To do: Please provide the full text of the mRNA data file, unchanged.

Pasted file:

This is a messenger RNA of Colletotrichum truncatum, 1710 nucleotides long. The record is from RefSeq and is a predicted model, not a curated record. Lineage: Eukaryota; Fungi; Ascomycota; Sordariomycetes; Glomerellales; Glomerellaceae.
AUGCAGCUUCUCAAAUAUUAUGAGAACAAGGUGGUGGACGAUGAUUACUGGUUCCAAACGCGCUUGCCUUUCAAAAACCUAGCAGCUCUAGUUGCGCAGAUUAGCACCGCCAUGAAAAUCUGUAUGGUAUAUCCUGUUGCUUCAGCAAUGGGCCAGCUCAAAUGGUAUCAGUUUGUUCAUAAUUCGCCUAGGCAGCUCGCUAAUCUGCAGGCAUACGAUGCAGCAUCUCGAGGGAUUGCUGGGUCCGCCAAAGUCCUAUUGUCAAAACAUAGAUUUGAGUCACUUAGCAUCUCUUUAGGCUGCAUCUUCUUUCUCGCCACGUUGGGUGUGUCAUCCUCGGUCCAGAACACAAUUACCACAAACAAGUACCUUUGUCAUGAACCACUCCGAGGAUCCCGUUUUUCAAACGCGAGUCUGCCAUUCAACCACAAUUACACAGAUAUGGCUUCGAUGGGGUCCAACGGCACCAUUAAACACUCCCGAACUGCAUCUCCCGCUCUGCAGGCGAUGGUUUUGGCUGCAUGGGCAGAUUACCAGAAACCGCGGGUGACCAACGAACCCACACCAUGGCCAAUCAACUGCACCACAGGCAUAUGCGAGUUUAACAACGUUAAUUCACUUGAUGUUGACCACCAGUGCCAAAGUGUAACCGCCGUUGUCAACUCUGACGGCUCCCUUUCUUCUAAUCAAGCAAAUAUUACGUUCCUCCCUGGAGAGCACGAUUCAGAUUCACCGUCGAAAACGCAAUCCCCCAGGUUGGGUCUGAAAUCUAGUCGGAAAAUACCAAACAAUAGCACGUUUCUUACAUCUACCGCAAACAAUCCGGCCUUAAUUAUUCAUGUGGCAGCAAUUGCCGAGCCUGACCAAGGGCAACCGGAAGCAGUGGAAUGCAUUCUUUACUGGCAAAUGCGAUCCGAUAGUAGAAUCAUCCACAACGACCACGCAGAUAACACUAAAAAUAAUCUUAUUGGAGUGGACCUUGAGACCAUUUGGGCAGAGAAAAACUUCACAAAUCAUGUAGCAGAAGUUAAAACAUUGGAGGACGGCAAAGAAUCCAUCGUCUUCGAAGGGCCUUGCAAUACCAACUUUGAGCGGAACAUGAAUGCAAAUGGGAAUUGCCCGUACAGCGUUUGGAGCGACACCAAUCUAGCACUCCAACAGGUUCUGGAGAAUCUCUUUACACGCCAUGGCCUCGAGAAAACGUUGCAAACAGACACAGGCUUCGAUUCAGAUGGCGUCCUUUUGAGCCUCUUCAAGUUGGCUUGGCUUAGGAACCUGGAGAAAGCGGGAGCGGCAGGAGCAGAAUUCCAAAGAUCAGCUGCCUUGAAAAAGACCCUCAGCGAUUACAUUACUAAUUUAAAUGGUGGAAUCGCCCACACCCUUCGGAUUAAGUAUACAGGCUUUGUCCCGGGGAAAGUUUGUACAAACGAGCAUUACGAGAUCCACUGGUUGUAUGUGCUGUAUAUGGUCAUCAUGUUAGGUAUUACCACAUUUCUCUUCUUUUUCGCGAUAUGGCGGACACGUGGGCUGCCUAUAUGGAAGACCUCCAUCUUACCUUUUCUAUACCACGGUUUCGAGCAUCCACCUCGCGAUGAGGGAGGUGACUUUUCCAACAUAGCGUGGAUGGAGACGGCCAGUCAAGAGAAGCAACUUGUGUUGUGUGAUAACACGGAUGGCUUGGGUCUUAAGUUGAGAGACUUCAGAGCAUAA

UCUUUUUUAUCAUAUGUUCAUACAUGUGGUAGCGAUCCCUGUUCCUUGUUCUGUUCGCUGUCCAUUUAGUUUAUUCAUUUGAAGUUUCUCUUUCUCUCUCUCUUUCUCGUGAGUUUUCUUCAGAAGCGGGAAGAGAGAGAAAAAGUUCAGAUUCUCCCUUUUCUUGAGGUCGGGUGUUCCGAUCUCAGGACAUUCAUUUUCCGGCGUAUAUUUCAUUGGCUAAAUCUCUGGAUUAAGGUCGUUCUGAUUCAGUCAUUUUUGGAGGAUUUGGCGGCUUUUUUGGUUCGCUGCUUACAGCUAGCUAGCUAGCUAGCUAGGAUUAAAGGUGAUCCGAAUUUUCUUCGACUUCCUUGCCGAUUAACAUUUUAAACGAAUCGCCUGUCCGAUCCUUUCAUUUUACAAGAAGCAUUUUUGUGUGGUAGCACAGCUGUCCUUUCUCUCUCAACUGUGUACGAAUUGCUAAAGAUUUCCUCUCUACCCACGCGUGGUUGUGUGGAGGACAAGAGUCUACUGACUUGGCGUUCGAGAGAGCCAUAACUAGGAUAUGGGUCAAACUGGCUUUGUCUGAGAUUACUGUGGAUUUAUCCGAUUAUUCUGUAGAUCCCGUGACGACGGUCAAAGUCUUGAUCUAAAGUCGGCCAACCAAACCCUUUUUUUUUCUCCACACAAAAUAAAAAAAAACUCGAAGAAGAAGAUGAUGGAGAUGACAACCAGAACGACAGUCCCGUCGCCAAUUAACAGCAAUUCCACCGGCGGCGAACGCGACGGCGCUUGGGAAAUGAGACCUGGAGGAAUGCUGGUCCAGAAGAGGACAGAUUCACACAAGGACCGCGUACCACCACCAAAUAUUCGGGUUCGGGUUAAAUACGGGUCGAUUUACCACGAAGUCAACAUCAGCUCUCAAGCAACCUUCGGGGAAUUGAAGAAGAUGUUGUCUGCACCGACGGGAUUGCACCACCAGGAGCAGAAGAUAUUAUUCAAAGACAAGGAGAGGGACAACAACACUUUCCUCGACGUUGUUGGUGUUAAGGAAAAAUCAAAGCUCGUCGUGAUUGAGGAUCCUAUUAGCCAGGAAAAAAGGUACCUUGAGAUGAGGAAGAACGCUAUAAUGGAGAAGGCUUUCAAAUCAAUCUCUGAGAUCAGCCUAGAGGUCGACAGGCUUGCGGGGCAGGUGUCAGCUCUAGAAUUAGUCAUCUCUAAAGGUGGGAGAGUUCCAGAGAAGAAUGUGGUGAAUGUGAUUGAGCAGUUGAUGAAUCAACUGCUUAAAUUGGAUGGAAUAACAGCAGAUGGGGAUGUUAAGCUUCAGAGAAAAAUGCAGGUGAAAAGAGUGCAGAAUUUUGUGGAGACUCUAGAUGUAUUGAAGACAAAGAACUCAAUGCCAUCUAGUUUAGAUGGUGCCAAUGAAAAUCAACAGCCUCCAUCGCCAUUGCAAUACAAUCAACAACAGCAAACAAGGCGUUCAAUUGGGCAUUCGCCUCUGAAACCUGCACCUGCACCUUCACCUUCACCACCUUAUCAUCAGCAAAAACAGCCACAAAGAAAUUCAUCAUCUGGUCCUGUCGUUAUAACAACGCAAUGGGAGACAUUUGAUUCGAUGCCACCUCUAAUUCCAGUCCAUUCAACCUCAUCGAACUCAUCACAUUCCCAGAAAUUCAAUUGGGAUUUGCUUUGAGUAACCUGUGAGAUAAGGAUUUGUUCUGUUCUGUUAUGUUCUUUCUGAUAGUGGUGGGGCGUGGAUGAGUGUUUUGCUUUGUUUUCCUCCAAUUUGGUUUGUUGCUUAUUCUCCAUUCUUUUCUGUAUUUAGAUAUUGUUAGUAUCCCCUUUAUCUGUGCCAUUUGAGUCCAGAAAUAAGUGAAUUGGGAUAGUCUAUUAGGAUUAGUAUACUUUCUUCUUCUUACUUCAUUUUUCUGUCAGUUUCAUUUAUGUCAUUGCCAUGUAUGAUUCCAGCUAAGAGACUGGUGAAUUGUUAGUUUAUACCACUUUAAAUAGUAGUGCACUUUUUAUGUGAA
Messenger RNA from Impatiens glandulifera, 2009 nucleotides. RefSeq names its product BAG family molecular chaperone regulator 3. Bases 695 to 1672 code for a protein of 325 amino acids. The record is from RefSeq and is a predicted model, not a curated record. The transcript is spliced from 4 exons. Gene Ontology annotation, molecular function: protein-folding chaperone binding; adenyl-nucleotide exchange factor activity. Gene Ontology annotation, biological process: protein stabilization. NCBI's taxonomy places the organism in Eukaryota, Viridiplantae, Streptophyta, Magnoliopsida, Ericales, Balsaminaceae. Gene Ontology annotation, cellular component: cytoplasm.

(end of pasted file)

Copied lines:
This is a messenger RNA of Colletotrichum truncatum, 1710 nucleotides long. The record is from RefSeq and is a predicted model, not a curated record. Lineage: Eukaryota; Fungi; Ascomycota; Sordariomycetes; Glomerellales; Glomerellaceae.
AUGCAGCUUCUCAAAUAUUAUGAGAACAAGGUGGUGGACGAUGAUUACUGGUUCCAAACGCGCUUGCCUUUCAAAAACCUAGCAGCUCUAGUUGCGCAGAUUAGCACCGCCAUGAAAAUCUGUAUGGUAUAUCCUGUUGCUUCAGCAAUGGGCCAGCUCAAAUGGUAUCAGUUUGUUCAUAAUUCGCCUAGGCAGCUCGCUAAUCUGCAGGCAUACGAUGCAGCAUCUCGAGGGAUUGCUGGGUCCGCCAAAGUCCUAUUGUCAAAACAUAGAUUUGAGUCACUUAGCAUCUCUUUAGGCUGCAUCUUCUUUCUCGCCACGUUGGGUGUGUCAUCCUCGGUCCAGAACACAAUUACCACAAACAAGUACCUUUGUCAUGAACCACUCCGAGGAUCCCGUUUUUCAAACGCGAGUCUGCCAUUCAACCACAAUUACACAGAUAUGGCUUCGAUGGGGUCCAACGGCACCAUUAAACACUCCCGAACUGCAUCUCCCGCUCUGCAGGCGAUGGUUUUGGCUGCAUGGGCAGAUUACCAGAAACCGCGGGUGACCAACGAACCCACACCAUGGCCAAUCAACUGCACCACAGGCAUAUGCGAGUUUAACAACGUUAAUUCACUUGAUGUUGACCACCAGUGCCAAAGUGUAACCGCCGUUGUCAACUCUGACGGCUCCCUUUCUUCUAAUCAAGCAAAUAUUACGUUCCUCCCUGGAGAGCACGAUUCAGAUUCACCGUCGAAAACGCAAUCCCCCAGGUUGGGUCUGAAAUCUAGUCGGAAAAUACCAAACAAUAGCACGUUUCUUACAUCUACCGCAAACAAUCCGGCCUUAAUUAUUCAUGUGGCAGCAAUUGCCGAGCCUGACCAAGGGCAACCGGAAGCAGUGGAAUGCAUUCUUUACUGGCAAAUGCGAUCCGAUAGUAGAAUCAUCCACAACGACCACGCAGAUAACACUAAAAAUAAUCUUAUUGGAGUGGACCUUGAGACCAUUUGGGCAGAGAAAAACUUCACAAAUCAUGUAGCAGAAGUUAAAACAUUGGAGGACGGCAAAGAAUCCAUCGUCUUCGAAGGGCCUUGCAAUACCAACUUUGAGCGGAACAUGAAUGCAAAUGGGAAUUGCCCGUACAGCGUUUGGAGCGACACCAAUCUAGCACUCCAACAGGUUCUGGAGAAUCUCUUUACACGCCAUGGCCUCGAGAAAACGUUGCAAACAGACACAGGCUUCGAUUCAGAUGGCGUCCUUUUGAGCCUCUUCAAGUUGGCUUGGCUUAGGAACCUGGAGAAAGCGGGAGCGGCAGGAGCAGAAUUCCAAAGAUCAGCUGCCUUGAAAAAGACCCUCAGCGAUUACAUUACUAAUUUAAAUGGUGGAAUCGCCCACACCCUUCGGAUUAAGUAUACAGGCUUUGUCCCGGGGAAAGUUUGUACAAACGAGCAUUACGAGAUCCACUGGUUGUAUGUGCUGUAUAUGGUCAUCAUGUUAGGUAUUACCACAUUUCUCUUCUUUUUCGCGAUAUGGCGGACACGUGGGCUGCCUAUAUGGAAGACCUCCAUCUUACCUUUUCUAUACCACGGUUUCGAGCAUCCACCUCGCGAUGAGGGAGGUGACUUUUCCAACAUAGCGUGGAUGGAGACGGCCAGUCAAGAGAAGCAACUUGUGUUGUGUGAUAACACGGAUGGCUUGGGUCUUAAGUUGAGAGACUUCAGAGCAUAA

UCUUUUUUAUCAUAUGUUCAUACAUGUGGUAGCGAUCCCUGUUCCUUGUUCUGUUCGCUGUCCAUUUAGUUUAUUCAUUUGAAGUUUCUCUUUCUCUCUCUCUUUCUCGUGAGUUUUCUUCAGAAGCGGGAAGAGAGAGAAAAAGUUCAGAUUCUCCCUUUUCUUGAGGUCGGGUGUUCCGAUCUCAGGACAUUCAUUUUCCGGCGUAUAUUUCAUUGGCUAAAUCUCUGGAUUAAGGUCGUUCUGAUUCAGUCAUUUUUGGAGGAUUUGGCGGCUUUUUUGGUUCGCUGCUUACAGCUAGCUAGCUAGCUAGCUAGGAUUAAAGGUGAUCCGAAUUUUCUUCGACUUCCUUGCCGAUUAACAUUUUAAACGAAUCGCCUGUCCGAUCCUUUCAUUUUACAAGAAGCAUUUUUGUGUGGUAGCACAGCUGUCCUUUCUCUCUCAACUGUGUACGAAUUGCUAAAGAUUUCCUCUCUACCCACGCGUGGUUGUGUGGAGGACAAGAGUCUACUGACUUGGCGUUCGAGAGAGCCAUAACUAGGAUAUGGGUCAAACUGGCUUUGUCUGAGAUUACUGUGGAUUUAUCCGAUUAUUCUGUAGAUCCCGUGACGACGGUCAAAGUCUUGAUCUAAAGUCGGCCAACCAAACCCUUUUUUUUUCUCCACACAAAAUAAAAAAAAACUCGAAGAAGAAGAUGAUGGAGAUGACAACCAGAACGACAGUCCCGUCGCCAAUUAACAGCAAUUCCACCGGCGGCGAACGCGACGGCGCUUGGGAAAUGAGACCUGGAGGAAUGCUGGUCCAGAAGAGGACAGAUUCACACAAGGACCGCGUACCACCACCAAAUAUUCGGGUUCGGGUUAAAUACGGGUCGAUUUACCACGAAGUCAACAUCAGCUCUCAAGCAACCUUCGGGGAAUUGAAGAAGAUGUUGUCUGCACCGACGGGAUUGCACCACCAGGAGCAGAAGAUAUUAUUCAAAGACAAGGAGAGGGACAACAACACUUUCCUCGACGUUGUUGGUGUUAAGGAAAAAUCAAAGCUCGUCGUGAUUGAGGAUCCUAUUAGCCAGGAAAAAAGGUACCUUGAGAUGAGGAAGAACGCUAUAAUGGAGAAGGCUUUCAAAUCAAUCUCUGAGAUCAGCCUAGAGGUCGACAGGCUUGCGGGGCAGGUGUCAGCUCUAGAAUUAGUCAUCUCUAAAGGUGGGAGAGUUCCAGAGAAGAAUGUGGUGAAUGUGAUUGAGCAGUUGAUGAAUCAACUGCUUAAAUUGGAUGGAAUAACAGCAGAUGGGGAUGUUAAGCUUCAGAGAAAAAUGCAGGUGAAAAGAGUGCAGAAUUUUGUGGAGACUCUAGAUGUAUUGAAGACAAAGAACUCAAUGCCAUCUAGUUUAGAUGGUGCCAAUGAAAAUCAACAGCCUCCAUCGCCAUUGCAAUACAAUCAACAACAGCAAACAAGGCGUUCAAUUGGGCAUUCGCCUCUGAAACCUGCACCUGCACCUUCACCUUCACCACCUUAUCAUCAGCAAAAACAGCCACAAAGAAAUUCAUCAUCUGGUCCUGUCGUUAUAACAACGCAAUGGGAGACAUUUGAUUCGAUGCCACCUCUAAUUCCAGUCCAUUCAACCUCAUCGAACUCAUCACAUUCCCAGAAAUUCAAUUGGGAUUUGCUUUGAGUAACCUGUGAGAUAAGGAUUUGUUCUGUUCUGUUAUGUUCUUUCUGAUAGUGGUGGGGCGUGGAUGAGUGUUUUGCUUUGUUUUCCUCCAAUUUGGUUUGUUGCUUAUUCUCCAUUCUUUUCUGUAUUUAGAUAUUGUUAGUAUCCCCUUUAUCUGUGCCAUUUGAGUCCAGAAAUAAGUGAAUUGGGAUAGUCUAUUAGGAUUAGUAUACUUUCUUCUUCUUACUUCAUUUUUCUGUCAGUUUCAUUUAUGUCAUUGCCAUGUAUGAUUCCAGCUAAGAGACUGGUGAAUUGUUAGUUUAUACCACUUUAAAUAGUAGUGCACUUUUUAUGUGAA
Messenger RNA from Impatiens glandulifera, 2009 nucleotides. RefSeq names its product BAG family molecular chaperone regulator 3. Bases 695 to 1672 code for a protein of 325 amino acids. The record is from RefSeq and is a predicted model, not a curated record. The transcript is spliced from 4 exons. Gene Ontology annotation, molecular function: protein-folding chaperone binding; adenyl-nucleotide exchange factor activity. Gene Ontology annotation, biological process: protein stabilization. NCBI's taxonomy places the organism in Eukaryota, Viridiplantae, Streptophyta, Magnoliopsida, Ericales, Balsaminaceae. Gene Ontology annotation, cellular component: cytoplasm.